Blogging is just about the only time-consuming activity on internet that doesn’t make me feel guilty. It is never a waste of time. Any moment gone into capturing my life is a moment worth spending. I fear I over-do it, I fear I under-do it; but never do I feel archiving my past is worthless in itself.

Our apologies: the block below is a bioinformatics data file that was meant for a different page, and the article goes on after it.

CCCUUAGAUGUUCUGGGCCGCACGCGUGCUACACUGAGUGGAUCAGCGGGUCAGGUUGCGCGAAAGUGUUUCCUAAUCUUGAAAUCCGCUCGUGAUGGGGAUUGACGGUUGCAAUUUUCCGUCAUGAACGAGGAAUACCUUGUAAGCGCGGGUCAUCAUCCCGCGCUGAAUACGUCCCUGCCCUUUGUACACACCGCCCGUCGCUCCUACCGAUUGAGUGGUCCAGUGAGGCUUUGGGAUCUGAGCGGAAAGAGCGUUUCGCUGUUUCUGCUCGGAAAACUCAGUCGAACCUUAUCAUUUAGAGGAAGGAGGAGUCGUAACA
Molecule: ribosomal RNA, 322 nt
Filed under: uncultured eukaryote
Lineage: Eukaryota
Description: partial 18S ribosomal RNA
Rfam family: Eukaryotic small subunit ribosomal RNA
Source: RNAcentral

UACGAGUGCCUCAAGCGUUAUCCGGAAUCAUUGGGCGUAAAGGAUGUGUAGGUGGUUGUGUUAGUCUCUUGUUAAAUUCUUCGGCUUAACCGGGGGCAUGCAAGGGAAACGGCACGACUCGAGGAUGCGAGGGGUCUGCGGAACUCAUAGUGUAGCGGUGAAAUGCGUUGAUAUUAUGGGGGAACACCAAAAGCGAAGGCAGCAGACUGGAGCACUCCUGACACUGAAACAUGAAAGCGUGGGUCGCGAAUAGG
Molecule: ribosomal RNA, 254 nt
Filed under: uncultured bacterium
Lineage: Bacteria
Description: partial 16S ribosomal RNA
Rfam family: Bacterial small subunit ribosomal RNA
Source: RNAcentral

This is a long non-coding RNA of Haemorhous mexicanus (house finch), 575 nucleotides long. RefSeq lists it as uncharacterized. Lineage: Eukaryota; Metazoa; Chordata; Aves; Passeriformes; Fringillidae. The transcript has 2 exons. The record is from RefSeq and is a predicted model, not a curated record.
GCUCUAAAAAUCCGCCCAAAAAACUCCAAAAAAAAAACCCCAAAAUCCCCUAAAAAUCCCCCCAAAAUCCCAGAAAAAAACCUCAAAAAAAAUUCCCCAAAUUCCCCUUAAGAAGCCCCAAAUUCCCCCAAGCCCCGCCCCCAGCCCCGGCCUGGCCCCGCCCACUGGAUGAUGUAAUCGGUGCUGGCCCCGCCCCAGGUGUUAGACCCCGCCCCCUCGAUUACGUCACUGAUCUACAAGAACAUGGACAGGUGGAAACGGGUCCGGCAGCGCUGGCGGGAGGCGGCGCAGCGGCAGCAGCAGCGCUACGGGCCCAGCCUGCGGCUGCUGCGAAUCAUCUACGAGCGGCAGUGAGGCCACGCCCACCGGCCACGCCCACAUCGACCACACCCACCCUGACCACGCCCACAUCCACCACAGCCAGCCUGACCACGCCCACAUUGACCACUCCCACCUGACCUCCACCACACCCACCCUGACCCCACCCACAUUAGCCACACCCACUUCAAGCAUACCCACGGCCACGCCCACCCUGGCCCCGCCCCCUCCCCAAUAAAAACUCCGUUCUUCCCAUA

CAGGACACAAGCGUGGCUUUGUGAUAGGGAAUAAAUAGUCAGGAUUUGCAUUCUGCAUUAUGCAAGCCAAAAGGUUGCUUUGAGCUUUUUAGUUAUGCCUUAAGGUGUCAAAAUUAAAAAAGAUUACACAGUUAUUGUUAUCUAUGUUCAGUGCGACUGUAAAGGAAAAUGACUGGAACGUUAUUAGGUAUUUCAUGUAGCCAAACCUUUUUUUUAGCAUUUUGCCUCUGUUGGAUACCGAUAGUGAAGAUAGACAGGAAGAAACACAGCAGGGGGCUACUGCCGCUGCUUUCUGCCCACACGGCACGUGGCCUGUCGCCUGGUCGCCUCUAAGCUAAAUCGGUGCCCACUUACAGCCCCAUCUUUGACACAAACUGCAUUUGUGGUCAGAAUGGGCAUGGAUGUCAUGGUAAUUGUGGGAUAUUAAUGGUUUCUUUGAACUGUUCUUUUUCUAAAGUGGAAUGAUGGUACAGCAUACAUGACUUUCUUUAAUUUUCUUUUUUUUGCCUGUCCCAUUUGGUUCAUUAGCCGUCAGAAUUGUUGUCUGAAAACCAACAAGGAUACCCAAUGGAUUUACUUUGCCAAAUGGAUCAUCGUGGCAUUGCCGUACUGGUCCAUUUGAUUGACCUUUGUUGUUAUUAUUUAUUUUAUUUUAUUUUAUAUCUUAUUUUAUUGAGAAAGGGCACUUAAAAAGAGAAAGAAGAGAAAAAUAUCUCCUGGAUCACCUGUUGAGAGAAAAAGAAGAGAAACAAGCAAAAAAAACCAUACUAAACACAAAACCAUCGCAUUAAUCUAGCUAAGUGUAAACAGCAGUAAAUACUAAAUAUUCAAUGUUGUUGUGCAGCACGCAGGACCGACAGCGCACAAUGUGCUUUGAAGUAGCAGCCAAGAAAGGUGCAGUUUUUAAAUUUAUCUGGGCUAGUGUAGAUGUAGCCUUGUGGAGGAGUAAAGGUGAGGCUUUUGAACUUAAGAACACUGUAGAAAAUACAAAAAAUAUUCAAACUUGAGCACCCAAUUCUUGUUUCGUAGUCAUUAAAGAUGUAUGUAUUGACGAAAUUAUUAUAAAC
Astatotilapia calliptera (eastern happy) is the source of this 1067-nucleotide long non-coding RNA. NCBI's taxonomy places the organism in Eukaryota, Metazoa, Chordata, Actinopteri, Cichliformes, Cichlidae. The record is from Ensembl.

Yesterday, I went to Max Mueller to return my books that were 20 days late. I anticipated about a hundred rupees or so as fine. But it was only sixty rupees, a happy surprise! But, let’s start from the beginning. First, I got Mittal to come to Pitampura Metro Station (the same Madhuban Chowk I talked about once before, though in a different light). She was to hand me a book issued from the library. She lives further than me from Pitampura yet she reached it 15 minutes earlier than me. Her annoyance and my shame were the black clouds that had a bright silver lining.  I took a rickshaw instead of bus to reach Pitampura and rickshaw forced me to rummage through my bag for money. It was the big-“O” moment, I had left my home without any money! It sounded even more absurd because I left my home for the sole purpose of returning books and paying my fine. With money. Mittal kindly gave me some, plus the book she had (the reason I called her there in the first place) and went on her way. Afterwards, I texted Megha (my sister) that I was going to CP (Connaught Place, as people call it, or Rajiv Chowk, as government tried people to call it). She called me instantly to tell me she is coming too. She had called me the day before too but I was home that day and it made her come back home having no one to roam the city with. We both had about an hour to reach CP. Time and venue settled, I dozed off like usual and missed a message from Megha. Her call followed, 3 minutes later. She told me she was departing Kirti Nagar Metro Station: the station from where she comes home. I forced her to go back up. “You can’t”, I told her. But while talking, she told me she had her exam the next day and that made me guilty. I couldn’t be the one responsible for her bad performance in exams. So, I asked her to go back down. And she told me she can’t; the guard would mark her as a stupid lady. That was only a stupid reason to not do what you want; a stranger’s opinion cannot change her course of life. But I knew she was merely indecisive. I was trying to talk her into going home. But she might have sensed that I was very unenthused in my directives. She often goes with people because she had given her word. Living with her, I find it to be one of her better qualities as well as equally worse in other cases. Today, she was sacrificing her exams for me. She is not the one cut out to constantly rub her nose against a dreary textbook. She is all fun and everything silly. Excitement comes naturally to her and a day in CP where she can buy cheap stuff is a day well spent for her, even though she knows there would be repercussions the next day.